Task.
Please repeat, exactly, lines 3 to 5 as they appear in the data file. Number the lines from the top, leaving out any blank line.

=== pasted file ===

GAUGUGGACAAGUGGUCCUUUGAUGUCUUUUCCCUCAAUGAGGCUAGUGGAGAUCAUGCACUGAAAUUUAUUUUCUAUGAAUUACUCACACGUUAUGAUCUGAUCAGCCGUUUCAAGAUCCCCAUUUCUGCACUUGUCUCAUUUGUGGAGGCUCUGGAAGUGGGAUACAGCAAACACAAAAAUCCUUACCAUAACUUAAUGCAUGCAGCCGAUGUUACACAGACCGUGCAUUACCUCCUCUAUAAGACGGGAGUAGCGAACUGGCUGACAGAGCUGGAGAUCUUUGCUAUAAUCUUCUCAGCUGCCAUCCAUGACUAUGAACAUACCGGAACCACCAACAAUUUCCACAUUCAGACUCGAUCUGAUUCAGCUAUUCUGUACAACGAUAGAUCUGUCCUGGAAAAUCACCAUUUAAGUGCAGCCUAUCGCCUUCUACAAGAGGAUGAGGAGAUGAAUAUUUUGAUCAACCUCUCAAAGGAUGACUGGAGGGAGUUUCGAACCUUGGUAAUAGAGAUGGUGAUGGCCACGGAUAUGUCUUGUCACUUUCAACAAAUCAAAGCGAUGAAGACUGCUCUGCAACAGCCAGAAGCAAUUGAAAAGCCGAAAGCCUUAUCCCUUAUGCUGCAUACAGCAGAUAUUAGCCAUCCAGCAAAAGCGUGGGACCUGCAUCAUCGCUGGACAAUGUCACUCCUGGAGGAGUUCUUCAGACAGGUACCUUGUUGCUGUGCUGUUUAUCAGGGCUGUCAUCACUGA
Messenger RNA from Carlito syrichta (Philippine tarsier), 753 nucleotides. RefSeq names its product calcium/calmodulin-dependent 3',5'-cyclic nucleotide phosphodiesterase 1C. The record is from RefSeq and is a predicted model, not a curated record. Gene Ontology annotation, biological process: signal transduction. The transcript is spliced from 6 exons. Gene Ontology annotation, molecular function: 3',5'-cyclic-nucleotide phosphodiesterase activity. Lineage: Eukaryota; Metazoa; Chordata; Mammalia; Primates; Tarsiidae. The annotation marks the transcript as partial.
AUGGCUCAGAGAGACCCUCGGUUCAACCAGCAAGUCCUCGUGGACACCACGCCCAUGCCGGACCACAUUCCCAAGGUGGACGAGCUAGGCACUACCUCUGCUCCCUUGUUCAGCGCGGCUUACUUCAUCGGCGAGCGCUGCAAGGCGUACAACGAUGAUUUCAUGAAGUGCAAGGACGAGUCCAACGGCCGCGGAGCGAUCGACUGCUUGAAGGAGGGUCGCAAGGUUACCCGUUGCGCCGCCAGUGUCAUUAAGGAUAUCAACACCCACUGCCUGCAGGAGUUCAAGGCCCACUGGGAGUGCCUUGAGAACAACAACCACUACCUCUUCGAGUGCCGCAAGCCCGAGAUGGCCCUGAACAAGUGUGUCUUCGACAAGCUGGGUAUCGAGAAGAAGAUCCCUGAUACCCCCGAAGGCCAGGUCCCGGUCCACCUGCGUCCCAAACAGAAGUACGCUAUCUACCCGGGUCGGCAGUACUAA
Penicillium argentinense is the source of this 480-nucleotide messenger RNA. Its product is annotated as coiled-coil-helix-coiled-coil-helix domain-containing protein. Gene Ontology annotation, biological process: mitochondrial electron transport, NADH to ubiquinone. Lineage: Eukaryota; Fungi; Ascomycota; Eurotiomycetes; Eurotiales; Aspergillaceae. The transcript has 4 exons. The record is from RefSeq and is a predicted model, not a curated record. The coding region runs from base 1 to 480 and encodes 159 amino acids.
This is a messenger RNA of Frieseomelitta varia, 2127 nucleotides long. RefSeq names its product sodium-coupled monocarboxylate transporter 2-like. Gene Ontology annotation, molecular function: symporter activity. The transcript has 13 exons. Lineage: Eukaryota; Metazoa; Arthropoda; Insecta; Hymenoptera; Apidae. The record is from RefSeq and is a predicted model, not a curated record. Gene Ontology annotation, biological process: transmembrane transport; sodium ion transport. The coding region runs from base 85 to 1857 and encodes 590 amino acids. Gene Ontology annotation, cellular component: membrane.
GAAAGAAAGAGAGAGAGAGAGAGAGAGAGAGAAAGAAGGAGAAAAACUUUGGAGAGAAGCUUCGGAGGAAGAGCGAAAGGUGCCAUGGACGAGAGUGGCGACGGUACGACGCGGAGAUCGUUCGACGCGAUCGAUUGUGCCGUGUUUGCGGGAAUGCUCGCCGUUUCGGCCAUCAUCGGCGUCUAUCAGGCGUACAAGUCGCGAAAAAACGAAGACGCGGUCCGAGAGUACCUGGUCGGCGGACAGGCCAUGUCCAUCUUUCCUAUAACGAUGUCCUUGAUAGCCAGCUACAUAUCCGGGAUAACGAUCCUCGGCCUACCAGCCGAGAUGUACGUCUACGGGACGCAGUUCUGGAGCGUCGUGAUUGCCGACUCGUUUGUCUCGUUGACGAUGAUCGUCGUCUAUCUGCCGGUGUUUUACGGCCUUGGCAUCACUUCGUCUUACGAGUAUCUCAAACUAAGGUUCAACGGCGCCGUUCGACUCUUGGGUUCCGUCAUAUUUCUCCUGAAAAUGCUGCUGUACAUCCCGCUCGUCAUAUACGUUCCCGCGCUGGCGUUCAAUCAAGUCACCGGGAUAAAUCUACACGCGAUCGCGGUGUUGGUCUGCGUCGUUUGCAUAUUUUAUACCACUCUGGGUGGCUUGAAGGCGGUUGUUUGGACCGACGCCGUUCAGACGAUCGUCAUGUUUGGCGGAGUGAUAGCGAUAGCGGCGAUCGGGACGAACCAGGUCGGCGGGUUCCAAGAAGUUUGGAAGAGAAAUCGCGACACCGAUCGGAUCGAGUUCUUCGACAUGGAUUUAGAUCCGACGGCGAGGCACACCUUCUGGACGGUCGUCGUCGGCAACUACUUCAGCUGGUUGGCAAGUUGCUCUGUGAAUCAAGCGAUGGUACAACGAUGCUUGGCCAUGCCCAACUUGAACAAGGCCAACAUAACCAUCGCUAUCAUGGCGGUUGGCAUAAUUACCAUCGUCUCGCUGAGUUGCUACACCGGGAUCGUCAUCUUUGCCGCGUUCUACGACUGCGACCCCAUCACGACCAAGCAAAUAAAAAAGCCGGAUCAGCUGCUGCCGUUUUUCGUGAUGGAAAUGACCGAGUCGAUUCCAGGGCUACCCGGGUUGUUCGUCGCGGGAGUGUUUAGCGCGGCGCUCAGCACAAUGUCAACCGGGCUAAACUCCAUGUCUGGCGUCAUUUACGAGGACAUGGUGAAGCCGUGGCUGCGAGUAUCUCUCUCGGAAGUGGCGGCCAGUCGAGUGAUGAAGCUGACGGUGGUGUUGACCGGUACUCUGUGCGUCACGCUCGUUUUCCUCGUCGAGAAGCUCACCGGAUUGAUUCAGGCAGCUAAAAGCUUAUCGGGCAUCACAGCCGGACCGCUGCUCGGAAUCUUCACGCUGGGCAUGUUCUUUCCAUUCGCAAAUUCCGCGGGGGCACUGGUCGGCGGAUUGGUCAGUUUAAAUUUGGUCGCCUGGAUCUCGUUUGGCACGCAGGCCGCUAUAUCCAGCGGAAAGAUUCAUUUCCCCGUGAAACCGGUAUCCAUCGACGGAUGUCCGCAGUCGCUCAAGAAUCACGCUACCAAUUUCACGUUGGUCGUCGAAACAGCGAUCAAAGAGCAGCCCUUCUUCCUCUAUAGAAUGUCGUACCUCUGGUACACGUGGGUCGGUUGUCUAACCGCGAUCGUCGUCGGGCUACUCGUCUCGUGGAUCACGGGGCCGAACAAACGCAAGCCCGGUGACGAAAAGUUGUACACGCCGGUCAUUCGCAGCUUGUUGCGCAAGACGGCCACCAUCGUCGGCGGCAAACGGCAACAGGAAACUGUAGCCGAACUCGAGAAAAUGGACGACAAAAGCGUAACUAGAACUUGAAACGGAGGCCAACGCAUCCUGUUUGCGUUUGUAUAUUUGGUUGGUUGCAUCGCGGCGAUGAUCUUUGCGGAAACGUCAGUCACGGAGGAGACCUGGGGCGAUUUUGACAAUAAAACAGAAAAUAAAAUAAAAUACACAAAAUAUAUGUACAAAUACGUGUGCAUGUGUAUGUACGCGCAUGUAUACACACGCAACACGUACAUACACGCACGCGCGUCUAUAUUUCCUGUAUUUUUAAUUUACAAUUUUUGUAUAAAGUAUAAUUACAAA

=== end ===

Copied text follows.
AUGGCUCAGAGAGACCCUCGGUUCAACCAGCAAGUCCUCGUGGACACCACGCCCAUGCCGGACCACAUUCCCAAGGUGGACGAGCUAGGCACUACCUCUGCUCCCUUGUUCAGCGCGGCUUACUUCAUCGGCGAGCGCUGCAAGGCGUACAACGAUGAUUUCAUGAAGUGCAAGGACGAGUCCAACGGCCGCGGAGCGAUCGACUGCUUGAAGGAGGGUCGCAAGGUUACCCGUUGCGCCGCCAGUGUCAUUAAGGAUAUCAACACCCACUGCCUGCAGGAGUUCAAGGCCCACUGGGAGUGCCUUGAGAACAACAACCACUACCUCUUCGAGUGCCGCAAGCCCGAGAUGGCCCUGAACAAGUGUGUCUUCGACAAGCUGGGUAUCGAGAAGAAGAUCCCUGAUACCCCCGAAGGCCAGGUCCCGGUCCACCUGCGUCCCAAACAGAAGUACGCUAUCUACCCGGGUCGGCAGUACUAA
Penicillium argentinense is the source of this 480-nucleotide messenger RNA. Its product is annotated as coiled-coil-helix-coiled-coil-helix domain-containing protein. Gene Ontology annotation, biological process: mitochondrial electron transport, NADH to ubiquinone. Lineage: Eukaryota; Fungi; Ascomycota; Eurotiomycetes; Eurotiales; Aspergillaceae. The transcript has 4 exons. The record is from RefSeq and is a predicted model, not a curated record. The coding region runs from base 1 to 480 and encodes 159 amino acids.
This is a messenger RNA of Frieseomelitta varia, 2127 nucleotides long. RefSeq names its product sodium-coupled monocarboxylate transporter 2-like. Gene Ontology annotation, molecular function: symporter activity. The transcript has 13 exons. Lineage: Eukaryota; Metazoa; Arthropoda; Insecta; Hymenoptera; Apidae. The record is from RefSeq and is a predicted model, not a curated record. Gene Ontology annotation, biological process: transmembrane transport; sodium ion transport. The coding region runs from base 85 to 1857 and encodes 590 amino acids. Gene Ontology annotation, cellular component: membrane.